Now, I go on with mine.

Thursday, 17 April 2014

A bit like physiotherapy

As I have commented (probably a little too much) before, this has been a tough year, but I feel I have come out of it having grown in my own self-worth, self-knowledge and in my relationship with God. I have also realised in a very real, rather than intellectual way, how important peer support is for sustaining me - and how important that will be in the future. I hope I have been able to reciprocate too.

As I look back at my placements I wonder if I, at times, perhaps stretched myself too much. Expected too much of myself and set my standards and aims unrealistically high. The best way of putting it, I suppose, is training for a sport (or just generally getting fitter). I have pushed and pushed myself and either ignored or not realised I was coping with an 'injury.' Rather than resting up, I've pressed on and that's just made things worse.

So, having spiritual direction (oh, I think I am going to be a bit of an advocate for that) and an additional placement to do, it has allowed me to deal with the injury properly and fully. I suppose it's a bit like physiotherapy - specific exercises, under guidance, to encourage and ensure healing. All in, allowing me to go on following God in his calling on my life.

So, the lesson from this year? Listen to when I need rest. Listen when I need to take a step back. Take the chance to share experiences, fears, joys and the general wonder of ministry with trusted colleagues. Remember there are people praying for me (and all of us). And, always, that God has my back and calls me for his service.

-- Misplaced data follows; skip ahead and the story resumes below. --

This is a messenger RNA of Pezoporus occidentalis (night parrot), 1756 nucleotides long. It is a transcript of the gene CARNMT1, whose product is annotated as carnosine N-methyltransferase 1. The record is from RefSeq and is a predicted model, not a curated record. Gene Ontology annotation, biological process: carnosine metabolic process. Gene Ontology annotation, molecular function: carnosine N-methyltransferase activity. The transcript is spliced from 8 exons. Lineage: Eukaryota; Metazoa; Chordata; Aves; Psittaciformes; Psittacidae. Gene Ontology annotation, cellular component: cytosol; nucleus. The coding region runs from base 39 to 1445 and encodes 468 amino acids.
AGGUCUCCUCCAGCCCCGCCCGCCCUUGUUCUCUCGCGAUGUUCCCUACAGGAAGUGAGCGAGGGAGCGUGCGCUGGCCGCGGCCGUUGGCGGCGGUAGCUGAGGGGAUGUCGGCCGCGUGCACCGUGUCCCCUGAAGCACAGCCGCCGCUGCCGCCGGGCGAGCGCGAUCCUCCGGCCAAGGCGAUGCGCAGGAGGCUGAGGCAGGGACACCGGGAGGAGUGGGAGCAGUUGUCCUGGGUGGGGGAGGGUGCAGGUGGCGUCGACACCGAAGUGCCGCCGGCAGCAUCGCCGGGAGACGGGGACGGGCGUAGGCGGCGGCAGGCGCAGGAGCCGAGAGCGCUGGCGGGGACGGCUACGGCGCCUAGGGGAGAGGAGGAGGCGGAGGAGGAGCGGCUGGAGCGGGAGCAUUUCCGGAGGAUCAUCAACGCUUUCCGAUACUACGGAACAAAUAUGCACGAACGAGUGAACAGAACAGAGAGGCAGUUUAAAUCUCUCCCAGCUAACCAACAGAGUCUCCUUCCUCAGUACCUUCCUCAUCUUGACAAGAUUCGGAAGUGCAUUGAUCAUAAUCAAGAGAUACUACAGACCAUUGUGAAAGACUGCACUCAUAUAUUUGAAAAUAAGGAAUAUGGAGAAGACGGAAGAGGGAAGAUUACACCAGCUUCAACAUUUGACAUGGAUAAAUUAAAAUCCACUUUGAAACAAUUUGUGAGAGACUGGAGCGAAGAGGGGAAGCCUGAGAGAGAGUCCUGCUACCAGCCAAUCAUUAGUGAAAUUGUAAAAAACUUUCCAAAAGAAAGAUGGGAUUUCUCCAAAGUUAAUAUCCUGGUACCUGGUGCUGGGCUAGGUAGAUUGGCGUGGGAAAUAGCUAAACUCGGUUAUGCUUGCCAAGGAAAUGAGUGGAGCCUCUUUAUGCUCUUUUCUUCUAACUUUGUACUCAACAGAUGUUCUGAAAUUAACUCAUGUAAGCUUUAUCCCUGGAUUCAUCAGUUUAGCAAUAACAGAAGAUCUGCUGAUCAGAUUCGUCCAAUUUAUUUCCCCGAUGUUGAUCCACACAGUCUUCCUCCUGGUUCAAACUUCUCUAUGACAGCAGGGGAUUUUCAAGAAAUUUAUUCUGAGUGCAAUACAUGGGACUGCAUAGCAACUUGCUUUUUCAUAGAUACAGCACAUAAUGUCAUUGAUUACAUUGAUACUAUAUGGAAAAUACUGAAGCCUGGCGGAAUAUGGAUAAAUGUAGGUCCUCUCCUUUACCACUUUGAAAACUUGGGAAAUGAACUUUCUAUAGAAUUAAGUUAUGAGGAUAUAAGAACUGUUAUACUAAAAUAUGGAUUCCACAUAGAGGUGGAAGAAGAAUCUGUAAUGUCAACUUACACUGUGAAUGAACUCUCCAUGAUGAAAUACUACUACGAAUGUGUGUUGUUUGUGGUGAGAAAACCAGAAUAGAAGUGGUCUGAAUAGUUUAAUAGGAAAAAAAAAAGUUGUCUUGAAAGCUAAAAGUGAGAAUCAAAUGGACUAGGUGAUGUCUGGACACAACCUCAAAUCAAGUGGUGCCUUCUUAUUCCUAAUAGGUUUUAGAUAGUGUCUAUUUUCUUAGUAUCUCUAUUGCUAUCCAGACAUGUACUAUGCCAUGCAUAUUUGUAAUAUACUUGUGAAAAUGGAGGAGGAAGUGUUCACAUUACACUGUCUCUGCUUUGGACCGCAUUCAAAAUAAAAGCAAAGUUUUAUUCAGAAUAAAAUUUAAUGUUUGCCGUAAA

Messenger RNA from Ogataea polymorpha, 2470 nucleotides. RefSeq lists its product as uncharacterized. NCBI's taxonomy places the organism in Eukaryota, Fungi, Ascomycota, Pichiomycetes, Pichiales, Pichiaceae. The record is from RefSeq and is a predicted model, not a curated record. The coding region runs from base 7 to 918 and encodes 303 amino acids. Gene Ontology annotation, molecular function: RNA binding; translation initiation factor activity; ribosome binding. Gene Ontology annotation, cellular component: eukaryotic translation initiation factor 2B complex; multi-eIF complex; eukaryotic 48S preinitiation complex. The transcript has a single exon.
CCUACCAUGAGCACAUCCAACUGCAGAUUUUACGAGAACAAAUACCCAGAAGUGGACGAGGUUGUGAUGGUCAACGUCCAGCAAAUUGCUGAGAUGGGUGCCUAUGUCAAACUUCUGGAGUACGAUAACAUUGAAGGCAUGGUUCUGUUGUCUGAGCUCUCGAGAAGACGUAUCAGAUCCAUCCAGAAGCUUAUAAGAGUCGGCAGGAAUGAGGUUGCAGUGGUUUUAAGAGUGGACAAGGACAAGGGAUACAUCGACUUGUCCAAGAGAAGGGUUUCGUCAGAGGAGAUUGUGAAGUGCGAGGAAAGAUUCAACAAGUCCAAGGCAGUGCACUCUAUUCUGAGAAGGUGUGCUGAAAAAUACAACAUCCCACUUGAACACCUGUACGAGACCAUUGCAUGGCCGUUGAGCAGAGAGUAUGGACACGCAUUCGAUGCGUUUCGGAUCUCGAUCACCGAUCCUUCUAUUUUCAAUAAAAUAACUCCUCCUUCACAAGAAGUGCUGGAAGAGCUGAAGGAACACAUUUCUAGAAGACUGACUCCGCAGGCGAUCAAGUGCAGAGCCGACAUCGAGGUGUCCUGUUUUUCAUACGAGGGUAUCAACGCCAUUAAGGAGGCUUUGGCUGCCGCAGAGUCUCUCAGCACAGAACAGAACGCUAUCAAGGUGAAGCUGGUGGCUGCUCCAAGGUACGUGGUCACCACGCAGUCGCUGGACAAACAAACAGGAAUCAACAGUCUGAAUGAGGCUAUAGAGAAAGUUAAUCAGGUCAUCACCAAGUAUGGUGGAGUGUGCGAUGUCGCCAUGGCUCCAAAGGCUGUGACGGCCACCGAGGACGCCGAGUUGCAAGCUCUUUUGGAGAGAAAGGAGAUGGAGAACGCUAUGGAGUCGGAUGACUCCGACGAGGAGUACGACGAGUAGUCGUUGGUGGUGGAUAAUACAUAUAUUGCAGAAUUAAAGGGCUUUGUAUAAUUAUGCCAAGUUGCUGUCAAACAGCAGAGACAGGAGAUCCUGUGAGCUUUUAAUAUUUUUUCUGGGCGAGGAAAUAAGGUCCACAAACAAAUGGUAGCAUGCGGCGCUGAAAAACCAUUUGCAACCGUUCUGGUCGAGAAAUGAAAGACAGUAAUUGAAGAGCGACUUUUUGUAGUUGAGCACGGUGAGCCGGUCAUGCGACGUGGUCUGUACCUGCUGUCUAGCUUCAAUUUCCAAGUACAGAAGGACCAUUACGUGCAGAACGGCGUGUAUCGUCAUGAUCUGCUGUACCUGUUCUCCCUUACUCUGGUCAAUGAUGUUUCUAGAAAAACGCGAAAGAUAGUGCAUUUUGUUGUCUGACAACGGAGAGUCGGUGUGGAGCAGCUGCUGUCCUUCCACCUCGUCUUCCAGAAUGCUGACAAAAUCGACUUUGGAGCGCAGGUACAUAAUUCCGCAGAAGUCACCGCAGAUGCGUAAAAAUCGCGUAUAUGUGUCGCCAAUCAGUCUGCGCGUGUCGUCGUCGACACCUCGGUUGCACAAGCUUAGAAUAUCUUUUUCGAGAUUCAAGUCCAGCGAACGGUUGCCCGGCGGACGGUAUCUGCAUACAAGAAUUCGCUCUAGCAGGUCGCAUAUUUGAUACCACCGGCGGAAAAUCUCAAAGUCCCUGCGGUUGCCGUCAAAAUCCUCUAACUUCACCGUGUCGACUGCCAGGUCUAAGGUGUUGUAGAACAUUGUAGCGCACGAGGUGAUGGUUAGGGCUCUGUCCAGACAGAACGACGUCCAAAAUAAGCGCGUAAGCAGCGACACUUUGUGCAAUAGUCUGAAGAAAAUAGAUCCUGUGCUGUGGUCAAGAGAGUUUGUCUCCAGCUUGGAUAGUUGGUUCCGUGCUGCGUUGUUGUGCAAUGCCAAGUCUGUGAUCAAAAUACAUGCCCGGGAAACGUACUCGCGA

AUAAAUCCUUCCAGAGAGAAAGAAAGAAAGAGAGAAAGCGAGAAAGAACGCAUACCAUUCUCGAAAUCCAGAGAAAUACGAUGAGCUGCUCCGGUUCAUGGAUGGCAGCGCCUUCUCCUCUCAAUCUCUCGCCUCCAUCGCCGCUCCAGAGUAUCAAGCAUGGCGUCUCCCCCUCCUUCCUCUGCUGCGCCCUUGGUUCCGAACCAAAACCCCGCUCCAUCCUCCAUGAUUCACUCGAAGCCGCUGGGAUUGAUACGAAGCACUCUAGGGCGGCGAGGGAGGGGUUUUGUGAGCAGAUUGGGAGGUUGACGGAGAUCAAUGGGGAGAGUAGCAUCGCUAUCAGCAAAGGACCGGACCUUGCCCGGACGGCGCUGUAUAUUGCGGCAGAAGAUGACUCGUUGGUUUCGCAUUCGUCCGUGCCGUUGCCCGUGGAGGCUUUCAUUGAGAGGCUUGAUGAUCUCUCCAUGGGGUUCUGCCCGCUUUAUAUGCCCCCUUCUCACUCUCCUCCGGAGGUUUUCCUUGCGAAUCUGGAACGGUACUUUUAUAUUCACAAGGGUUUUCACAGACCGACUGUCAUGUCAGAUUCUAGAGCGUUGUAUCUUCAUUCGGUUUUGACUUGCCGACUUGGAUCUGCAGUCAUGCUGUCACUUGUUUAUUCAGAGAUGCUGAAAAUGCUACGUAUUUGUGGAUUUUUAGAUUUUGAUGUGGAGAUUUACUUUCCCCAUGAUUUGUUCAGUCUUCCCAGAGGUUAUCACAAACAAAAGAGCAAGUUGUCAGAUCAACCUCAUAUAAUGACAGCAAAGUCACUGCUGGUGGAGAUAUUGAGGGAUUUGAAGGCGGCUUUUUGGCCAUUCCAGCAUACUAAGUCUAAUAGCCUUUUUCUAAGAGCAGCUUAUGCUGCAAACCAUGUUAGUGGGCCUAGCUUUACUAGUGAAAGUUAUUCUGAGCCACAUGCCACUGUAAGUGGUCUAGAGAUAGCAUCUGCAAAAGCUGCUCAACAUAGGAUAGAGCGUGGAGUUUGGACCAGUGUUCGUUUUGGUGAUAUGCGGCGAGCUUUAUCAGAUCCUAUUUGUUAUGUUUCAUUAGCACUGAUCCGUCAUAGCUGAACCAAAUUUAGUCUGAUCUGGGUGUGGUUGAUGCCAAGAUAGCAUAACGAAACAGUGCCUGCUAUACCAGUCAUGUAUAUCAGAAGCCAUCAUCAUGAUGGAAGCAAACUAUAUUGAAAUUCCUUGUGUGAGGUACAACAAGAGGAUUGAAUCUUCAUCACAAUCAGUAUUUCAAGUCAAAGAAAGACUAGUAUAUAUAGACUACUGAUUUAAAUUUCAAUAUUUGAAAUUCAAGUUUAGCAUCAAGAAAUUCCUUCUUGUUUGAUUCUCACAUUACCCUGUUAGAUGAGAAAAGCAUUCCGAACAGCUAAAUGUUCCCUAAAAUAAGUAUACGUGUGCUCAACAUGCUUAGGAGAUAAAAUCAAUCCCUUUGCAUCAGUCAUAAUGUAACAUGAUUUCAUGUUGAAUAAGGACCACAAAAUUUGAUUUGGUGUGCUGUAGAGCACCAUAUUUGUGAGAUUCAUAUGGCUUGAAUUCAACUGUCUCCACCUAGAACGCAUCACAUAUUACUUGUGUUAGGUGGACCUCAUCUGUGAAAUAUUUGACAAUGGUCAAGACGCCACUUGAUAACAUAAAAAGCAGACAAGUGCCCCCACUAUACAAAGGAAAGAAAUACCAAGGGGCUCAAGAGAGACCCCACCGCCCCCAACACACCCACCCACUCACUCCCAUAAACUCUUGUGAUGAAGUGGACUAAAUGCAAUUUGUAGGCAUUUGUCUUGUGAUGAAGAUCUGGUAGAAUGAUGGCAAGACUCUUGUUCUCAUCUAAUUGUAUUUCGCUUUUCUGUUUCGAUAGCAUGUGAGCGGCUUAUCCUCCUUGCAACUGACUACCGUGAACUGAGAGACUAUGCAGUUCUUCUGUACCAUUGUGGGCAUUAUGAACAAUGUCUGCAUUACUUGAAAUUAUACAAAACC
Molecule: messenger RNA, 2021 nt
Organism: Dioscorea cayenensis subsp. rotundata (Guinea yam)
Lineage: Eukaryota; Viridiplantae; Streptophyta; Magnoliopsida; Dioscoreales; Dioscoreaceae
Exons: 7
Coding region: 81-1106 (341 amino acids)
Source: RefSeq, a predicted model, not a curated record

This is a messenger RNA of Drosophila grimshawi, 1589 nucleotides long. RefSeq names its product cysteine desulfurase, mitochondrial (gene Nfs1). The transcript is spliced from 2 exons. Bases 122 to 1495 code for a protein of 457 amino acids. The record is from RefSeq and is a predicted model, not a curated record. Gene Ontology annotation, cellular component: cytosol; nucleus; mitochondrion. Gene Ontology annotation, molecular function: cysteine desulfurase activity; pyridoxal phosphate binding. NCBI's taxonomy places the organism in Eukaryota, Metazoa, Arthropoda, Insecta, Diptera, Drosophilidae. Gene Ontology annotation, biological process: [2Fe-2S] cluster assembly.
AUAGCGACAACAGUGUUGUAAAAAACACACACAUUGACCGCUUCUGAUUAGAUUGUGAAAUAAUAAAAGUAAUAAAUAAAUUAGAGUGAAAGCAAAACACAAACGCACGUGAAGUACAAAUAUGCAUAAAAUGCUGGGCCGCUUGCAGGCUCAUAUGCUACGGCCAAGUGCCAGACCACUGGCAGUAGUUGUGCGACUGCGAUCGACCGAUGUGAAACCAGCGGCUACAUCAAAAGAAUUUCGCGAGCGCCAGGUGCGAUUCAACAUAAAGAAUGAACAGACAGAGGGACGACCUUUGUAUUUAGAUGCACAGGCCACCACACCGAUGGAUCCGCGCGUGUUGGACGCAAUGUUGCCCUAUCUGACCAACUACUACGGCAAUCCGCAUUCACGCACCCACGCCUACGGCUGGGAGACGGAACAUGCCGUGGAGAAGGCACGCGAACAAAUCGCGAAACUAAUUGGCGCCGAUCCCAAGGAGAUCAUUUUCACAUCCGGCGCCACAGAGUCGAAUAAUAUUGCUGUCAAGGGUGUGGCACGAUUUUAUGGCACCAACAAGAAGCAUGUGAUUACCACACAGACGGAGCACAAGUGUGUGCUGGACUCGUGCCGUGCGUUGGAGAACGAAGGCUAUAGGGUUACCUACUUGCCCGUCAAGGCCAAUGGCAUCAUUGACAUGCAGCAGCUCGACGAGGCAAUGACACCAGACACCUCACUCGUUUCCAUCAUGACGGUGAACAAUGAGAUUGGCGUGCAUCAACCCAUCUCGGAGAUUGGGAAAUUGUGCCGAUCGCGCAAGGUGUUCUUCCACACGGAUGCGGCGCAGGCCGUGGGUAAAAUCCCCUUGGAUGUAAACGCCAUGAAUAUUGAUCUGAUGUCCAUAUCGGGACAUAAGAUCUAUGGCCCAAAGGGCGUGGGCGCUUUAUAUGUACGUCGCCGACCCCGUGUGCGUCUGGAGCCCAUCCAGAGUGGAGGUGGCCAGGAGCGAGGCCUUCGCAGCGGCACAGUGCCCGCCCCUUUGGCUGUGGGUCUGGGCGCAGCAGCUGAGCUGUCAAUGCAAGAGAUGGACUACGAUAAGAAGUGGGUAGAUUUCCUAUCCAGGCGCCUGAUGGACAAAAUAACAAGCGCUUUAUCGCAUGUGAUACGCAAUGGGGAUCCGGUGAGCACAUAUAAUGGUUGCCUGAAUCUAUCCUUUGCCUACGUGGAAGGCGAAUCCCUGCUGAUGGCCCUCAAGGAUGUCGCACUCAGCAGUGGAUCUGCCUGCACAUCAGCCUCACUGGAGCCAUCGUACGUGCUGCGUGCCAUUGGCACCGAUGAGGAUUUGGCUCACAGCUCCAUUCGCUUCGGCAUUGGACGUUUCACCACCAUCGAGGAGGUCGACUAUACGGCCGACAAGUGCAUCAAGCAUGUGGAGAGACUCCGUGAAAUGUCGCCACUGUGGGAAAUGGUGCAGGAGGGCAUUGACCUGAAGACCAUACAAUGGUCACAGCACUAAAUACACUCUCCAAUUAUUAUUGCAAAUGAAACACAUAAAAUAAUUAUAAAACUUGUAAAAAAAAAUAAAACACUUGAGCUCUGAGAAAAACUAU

Tuesday, 15 April 2014

Easter, without Holy Week

This being Holy Week and all that, it may be expected I am rather busy this week. Well, no actually. I 'only' have Easter Sunday worship to prepare and am not being involved in any other act of worship (except, perhaps, as a member of the congregation) during any other part of the week. Bliss. I am going to enjoy it while it lasts ! (So, that'll be till next year...).

Anyway, even if I do attend one or two Holy Week services, I may not be at all of them. I may 'miss' the crucifixion and head straight to the resurrection. Or, as I suspect may be the case with many in congregations up and down the country, I could go from Palm Sunday straight to Easter Sunday, without the pain of betrayal and the darkness of death in between. So, my plan (which is cunning and I hope works) is to have more of the week's story in each service.